The drought in 2004-2006 mainly affected the south-east of England as well as continental Europe and brought with it water resource and agricultural concerns.
The 2004/2006 drought had a strong regional focus and was generally most severe in the driest parts of the UK where groundwater is the major source of water supply and a combination of high population density, intensive agriculture and commercial activity generates the highest water demand. Careful management was required to reconcile the needs of a wide range of water users with the requirements of the aquatic environment.
The summer of 2004 was indifferent, and August was particularly wet, followed by a notably wet October. However, there then followed a rather dry winter, particularly over England, and several months during 2005 were rather dry (although April and October were quite wet). A dry winter followed, leading into 2006, and, although May 2006 was notably wet, June was very dry and July was also drier than average. The last few months of 2006 were mostly rather wetter.
The plot below shows the monthly North Atlantic Oscillation (NAO) Index for the periods before, during and after the drought. The NAO is a prominent teleconnection pattern in all seasons, and strong positive phases tend to be associationed with above-average temperatures in northern Europe, whilst negative phases of the NAO tend to be associated with below-average temperatures. There is more information available here.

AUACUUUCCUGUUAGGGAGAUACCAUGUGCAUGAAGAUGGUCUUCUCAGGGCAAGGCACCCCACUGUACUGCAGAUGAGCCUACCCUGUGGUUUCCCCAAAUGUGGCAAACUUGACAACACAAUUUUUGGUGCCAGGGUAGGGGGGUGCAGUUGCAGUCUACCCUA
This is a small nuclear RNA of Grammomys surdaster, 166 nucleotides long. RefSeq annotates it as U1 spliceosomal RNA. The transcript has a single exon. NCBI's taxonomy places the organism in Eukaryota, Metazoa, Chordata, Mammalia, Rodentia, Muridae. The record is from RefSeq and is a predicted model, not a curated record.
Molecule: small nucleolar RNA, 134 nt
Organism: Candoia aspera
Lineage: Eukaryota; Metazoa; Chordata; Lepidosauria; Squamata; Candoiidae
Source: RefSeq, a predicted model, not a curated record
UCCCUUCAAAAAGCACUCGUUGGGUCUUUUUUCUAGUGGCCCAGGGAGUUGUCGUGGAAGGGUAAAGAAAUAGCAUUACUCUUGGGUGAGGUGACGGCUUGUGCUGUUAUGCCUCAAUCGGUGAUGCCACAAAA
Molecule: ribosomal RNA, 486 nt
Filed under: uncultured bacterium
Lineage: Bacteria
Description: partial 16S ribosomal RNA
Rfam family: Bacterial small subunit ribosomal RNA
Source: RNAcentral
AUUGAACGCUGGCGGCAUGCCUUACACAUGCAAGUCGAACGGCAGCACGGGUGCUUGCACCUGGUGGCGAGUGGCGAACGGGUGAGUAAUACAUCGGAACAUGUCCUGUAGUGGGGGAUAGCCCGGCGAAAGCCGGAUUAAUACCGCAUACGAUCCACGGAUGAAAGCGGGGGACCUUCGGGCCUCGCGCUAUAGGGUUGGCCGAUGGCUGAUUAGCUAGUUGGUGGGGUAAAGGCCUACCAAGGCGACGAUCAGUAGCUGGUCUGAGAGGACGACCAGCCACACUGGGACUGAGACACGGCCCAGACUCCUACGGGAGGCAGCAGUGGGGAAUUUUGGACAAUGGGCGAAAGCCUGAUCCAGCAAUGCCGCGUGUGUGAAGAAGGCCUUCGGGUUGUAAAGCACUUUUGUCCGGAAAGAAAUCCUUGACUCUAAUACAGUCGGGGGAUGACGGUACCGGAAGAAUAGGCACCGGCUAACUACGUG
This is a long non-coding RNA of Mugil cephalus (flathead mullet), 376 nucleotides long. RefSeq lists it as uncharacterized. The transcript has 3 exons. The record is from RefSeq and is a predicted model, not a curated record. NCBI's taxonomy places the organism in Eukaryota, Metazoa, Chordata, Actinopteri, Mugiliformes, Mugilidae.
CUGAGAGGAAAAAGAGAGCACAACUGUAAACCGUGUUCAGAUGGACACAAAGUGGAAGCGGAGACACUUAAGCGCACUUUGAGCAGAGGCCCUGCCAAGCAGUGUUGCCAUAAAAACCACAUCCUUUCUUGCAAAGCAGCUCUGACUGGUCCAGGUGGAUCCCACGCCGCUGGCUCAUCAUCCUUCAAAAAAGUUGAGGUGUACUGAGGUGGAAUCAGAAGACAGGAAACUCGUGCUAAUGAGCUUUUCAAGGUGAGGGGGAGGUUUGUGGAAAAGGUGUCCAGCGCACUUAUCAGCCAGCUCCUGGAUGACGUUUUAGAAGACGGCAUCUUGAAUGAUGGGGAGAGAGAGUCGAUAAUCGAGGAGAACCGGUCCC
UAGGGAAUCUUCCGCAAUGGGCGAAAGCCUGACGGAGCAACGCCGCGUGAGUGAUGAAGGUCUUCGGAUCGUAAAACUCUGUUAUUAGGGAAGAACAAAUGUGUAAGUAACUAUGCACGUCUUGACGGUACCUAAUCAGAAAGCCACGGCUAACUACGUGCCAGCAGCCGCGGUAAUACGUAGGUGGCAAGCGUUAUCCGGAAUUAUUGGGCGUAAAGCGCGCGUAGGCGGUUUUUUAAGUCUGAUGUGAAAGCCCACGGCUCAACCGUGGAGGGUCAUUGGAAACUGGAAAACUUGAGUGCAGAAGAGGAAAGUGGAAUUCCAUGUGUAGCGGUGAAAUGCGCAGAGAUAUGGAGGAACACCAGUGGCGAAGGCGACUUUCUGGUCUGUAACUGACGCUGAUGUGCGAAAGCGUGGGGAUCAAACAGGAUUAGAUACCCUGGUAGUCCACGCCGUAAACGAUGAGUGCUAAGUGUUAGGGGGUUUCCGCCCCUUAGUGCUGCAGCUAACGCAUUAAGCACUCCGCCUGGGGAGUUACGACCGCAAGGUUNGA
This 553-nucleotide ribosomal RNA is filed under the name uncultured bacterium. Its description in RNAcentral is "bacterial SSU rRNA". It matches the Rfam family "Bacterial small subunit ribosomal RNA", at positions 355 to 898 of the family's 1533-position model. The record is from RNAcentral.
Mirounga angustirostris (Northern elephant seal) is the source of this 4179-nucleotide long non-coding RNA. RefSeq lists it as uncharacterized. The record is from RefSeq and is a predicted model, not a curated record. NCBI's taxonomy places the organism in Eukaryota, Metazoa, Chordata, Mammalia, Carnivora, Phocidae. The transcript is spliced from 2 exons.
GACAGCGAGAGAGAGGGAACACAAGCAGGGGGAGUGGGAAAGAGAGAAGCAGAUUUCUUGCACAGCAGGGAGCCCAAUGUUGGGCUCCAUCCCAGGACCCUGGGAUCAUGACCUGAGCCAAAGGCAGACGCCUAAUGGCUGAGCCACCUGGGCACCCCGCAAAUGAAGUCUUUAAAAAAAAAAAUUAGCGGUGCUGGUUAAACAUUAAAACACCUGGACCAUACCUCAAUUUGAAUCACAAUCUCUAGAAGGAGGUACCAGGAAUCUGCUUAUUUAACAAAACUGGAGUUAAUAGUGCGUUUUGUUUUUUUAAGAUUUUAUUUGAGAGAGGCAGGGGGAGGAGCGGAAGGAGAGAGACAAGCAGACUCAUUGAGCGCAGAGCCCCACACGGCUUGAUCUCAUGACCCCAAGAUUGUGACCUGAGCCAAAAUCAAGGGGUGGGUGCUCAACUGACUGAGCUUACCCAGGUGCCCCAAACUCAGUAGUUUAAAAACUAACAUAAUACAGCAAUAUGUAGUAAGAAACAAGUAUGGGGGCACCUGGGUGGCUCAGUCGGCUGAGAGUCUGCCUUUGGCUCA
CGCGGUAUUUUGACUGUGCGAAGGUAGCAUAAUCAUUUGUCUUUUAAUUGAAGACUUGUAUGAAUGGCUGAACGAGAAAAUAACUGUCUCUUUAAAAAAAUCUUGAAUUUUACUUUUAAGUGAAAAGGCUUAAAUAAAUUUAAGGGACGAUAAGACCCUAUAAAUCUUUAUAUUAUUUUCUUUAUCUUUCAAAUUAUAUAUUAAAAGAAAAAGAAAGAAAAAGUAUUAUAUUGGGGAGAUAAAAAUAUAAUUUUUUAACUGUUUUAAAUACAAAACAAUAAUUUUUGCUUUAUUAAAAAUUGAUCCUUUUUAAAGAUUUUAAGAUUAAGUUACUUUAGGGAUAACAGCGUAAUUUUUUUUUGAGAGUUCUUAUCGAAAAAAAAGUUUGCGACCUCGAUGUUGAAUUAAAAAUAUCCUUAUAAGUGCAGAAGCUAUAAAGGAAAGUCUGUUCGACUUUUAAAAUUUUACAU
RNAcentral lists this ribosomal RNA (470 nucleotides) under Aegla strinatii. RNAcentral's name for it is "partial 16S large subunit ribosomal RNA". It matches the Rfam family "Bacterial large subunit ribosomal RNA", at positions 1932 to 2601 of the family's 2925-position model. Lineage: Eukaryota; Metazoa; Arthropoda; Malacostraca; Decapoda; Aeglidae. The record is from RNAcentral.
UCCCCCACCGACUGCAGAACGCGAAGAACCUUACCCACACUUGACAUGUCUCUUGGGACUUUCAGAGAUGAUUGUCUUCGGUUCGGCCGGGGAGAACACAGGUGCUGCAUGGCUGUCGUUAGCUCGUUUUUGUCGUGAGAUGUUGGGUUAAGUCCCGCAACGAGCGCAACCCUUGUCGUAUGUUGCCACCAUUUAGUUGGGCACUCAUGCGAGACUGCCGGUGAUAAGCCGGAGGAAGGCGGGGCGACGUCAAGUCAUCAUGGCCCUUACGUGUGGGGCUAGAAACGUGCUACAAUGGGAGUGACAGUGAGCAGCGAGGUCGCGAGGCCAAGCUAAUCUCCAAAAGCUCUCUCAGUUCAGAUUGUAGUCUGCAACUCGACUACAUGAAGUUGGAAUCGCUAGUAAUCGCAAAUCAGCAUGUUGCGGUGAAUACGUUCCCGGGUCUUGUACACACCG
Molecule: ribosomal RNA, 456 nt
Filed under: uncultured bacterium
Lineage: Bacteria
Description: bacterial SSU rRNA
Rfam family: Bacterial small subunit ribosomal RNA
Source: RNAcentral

The drought began in the latter stages of 2003 in southern England, becoming more widespread within this region through 2004. The following year, drought spread to neighbouring regions in southern England and Wales, as well as Northern Ireland. The spatial extent of the drought was remarkably consistent, remaining restricted throughout 2005 and 2006 to southern England and Wales, and Northern Ireland. The highest severities were found in southern England around the midpoint of the drought and remained moderately high until diminishing quite quickly in all impacted catchments from December 2006 until concluding by February 2007.